7 Things You Need To Know Today (November 13, 2017)
1. The fountain of youth may be found in chocolate and red wine, according to science.
New research out of the United Kingdom found reservalouges (compounds similar to reservatrol) can prompt old cells to start diving again, turning aging cells into younger-looking cells. More research is needed, but this can have huge implications on the science of aging. We'll cheers to that! (Medical News Today)
2. There's a new type of diabetes—type 3, diabetes of the brain—that's been linked to Alzheimer's.
A new study out of the National Institute of Aging shows that high brain glucose levels, also known as type 3 diabetes, could be a glucose metabolism malfunction that eventually leads to Alzeheimer's disease. Just in case you needed one more reason to lay off the sugar, move regularly, and keep hormones in balance. (Pittsburgh Post-Gazette)
3. You might want to add extra mushrooms to your next pizza order.
According to a new study out of Penn State University, mushrooms have large amounts of the antioxidants ergothioneine and glutathione, both of which have anti-aging properties. "What we found is that, without a doubt, mushrooms are highest dietary source of these two antioxidants taken together, and that some types are really packed with both of them," said Robert Beelman, a professor of food science and director of the Penn State Center for Plant and Mushroom Products for Health. (Penn State News)
4. If you want to prevent back pain, work out.
According to a new study, people who exercise are 33 percent less likely to develop lower back pain than those who do. And if you already have back pain, all hope is not lost: The same study found that regular exercise reduces the severity of back pain. (Reuters)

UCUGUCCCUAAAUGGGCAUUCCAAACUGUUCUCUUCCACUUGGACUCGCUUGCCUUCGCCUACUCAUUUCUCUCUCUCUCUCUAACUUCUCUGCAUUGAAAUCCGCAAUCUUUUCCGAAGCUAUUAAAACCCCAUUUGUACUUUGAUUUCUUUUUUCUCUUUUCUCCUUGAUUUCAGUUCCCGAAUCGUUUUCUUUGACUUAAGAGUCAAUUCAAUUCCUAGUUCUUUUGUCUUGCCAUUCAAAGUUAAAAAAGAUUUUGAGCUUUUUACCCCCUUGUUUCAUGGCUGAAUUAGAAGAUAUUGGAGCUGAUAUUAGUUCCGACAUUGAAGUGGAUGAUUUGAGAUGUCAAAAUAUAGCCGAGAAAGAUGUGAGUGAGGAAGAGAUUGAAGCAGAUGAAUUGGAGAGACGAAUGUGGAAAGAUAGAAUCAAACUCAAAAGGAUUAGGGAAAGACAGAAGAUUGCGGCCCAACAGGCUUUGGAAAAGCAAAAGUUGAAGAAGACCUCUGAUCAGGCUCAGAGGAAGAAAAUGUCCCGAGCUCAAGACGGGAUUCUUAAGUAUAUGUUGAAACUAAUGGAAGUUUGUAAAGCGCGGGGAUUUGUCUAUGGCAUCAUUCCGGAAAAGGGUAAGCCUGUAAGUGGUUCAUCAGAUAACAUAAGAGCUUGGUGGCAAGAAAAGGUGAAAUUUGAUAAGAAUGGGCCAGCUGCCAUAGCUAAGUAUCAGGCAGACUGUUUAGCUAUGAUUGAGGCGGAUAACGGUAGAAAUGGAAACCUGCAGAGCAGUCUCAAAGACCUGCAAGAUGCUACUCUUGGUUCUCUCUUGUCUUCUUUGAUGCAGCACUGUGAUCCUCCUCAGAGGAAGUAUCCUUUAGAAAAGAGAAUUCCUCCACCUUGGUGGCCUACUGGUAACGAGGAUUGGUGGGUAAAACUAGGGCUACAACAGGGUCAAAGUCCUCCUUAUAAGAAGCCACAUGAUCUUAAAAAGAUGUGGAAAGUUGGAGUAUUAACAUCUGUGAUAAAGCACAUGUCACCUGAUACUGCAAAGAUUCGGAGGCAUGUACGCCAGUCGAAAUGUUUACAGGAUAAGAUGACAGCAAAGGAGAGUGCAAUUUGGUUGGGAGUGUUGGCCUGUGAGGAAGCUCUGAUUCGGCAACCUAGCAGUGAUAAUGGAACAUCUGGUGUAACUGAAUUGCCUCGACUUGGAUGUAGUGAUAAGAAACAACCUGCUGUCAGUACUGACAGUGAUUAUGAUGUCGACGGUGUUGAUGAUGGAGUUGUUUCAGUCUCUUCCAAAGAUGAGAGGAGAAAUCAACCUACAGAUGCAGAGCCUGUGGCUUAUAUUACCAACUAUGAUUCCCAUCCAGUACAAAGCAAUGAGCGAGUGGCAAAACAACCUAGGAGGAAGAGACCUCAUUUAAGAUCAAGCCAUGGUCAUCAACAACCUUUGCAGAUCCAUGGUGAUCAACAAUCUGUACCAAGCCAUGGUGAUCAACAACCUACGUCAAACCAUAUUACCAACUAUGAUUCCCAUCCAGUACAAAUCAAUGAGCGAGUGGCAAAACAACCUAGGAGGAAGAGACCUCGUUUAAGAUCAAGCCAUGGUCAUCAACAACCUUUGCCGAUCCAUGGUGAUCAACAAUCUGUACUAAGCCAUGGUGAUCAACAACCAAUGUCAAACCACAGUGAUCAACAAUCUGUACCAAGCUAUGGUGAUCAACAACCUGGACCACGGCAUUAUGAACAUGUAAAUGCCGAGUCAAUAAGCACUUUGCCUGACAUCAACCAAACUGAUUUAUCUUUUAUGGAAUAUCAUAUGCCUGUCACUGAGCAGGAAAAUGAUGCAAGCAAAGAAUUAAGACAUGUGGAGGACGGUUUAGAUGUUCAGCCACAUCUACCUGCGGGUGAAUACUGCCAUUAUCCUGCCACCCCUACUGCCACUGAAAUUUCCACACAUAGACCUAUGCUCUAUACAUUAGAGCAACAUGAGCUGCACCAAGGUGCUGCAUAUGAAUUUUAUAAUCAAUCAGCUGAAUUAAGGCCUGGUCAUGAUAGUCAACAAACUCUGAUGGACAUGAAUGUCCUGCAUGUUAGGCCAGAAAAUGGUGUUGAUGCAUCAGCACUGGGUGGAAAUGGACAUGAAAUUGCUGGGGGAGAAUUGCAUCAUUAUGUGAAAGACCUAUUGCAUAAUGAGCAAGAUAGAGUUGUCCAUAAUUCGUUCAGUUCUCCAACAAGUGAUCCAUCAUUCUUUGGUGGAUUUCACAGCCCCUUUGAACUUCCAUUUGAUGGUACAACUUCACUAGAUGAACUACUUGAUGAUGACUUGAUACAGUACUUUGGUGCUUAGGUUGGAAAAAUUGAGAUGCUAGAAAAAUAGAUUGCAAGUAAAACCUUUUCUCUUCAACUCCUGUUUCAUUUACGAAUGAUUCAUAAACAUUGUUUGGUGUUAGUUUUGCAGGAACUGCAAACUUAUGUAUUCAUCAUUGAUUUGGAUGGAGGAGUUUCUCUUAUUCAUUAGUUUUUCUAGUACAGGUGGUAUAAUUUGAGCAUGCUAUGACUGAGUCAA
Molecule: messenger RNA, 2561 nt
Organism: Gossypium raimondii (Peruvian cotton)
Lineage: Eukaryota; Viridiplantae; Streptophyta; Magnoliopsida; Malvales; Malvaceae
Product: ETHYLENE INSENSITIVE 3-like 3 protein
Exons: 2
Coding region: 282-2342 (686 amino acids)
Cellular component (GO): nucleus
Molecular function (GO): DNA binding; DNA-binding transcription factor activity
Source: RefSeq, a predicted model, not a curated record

5. Denver's rooftops are going green.
In the local election this week, the city voted to pass a measure requiring all large new buildings to be built with solar panels or rooftop gardens for shade. Other major urban centers like San Francisco, New York, Paris, and London have recently passed similar initiatives. (ABC News)
6. China is cleaning up its act.
The amount of sulfur dioxide, an air pollutant produced primarily by burning coal, in China's air has fallen 75 percent since 2007, thanks in large part to fining polluters. However, the country still has work to do cleaning other chemicals like CO2. (Yale Environment 360)
7. The former co-CEO of Whole Foods is betting big on food waste.
Walter Robb, former co-CEO of Whole Foods Market, has joined the board of directors of FoodMaven, a company that aims to reduce food waste by taking surplus food from grocery stores and selling it to restaurants. "FoodMaven is going straight at the growing challenge of food waste and has created an imaginative and innovative market-based approach to using more of what we produce," says Robb, adding that he's excited to help the company grow. (The Gazette)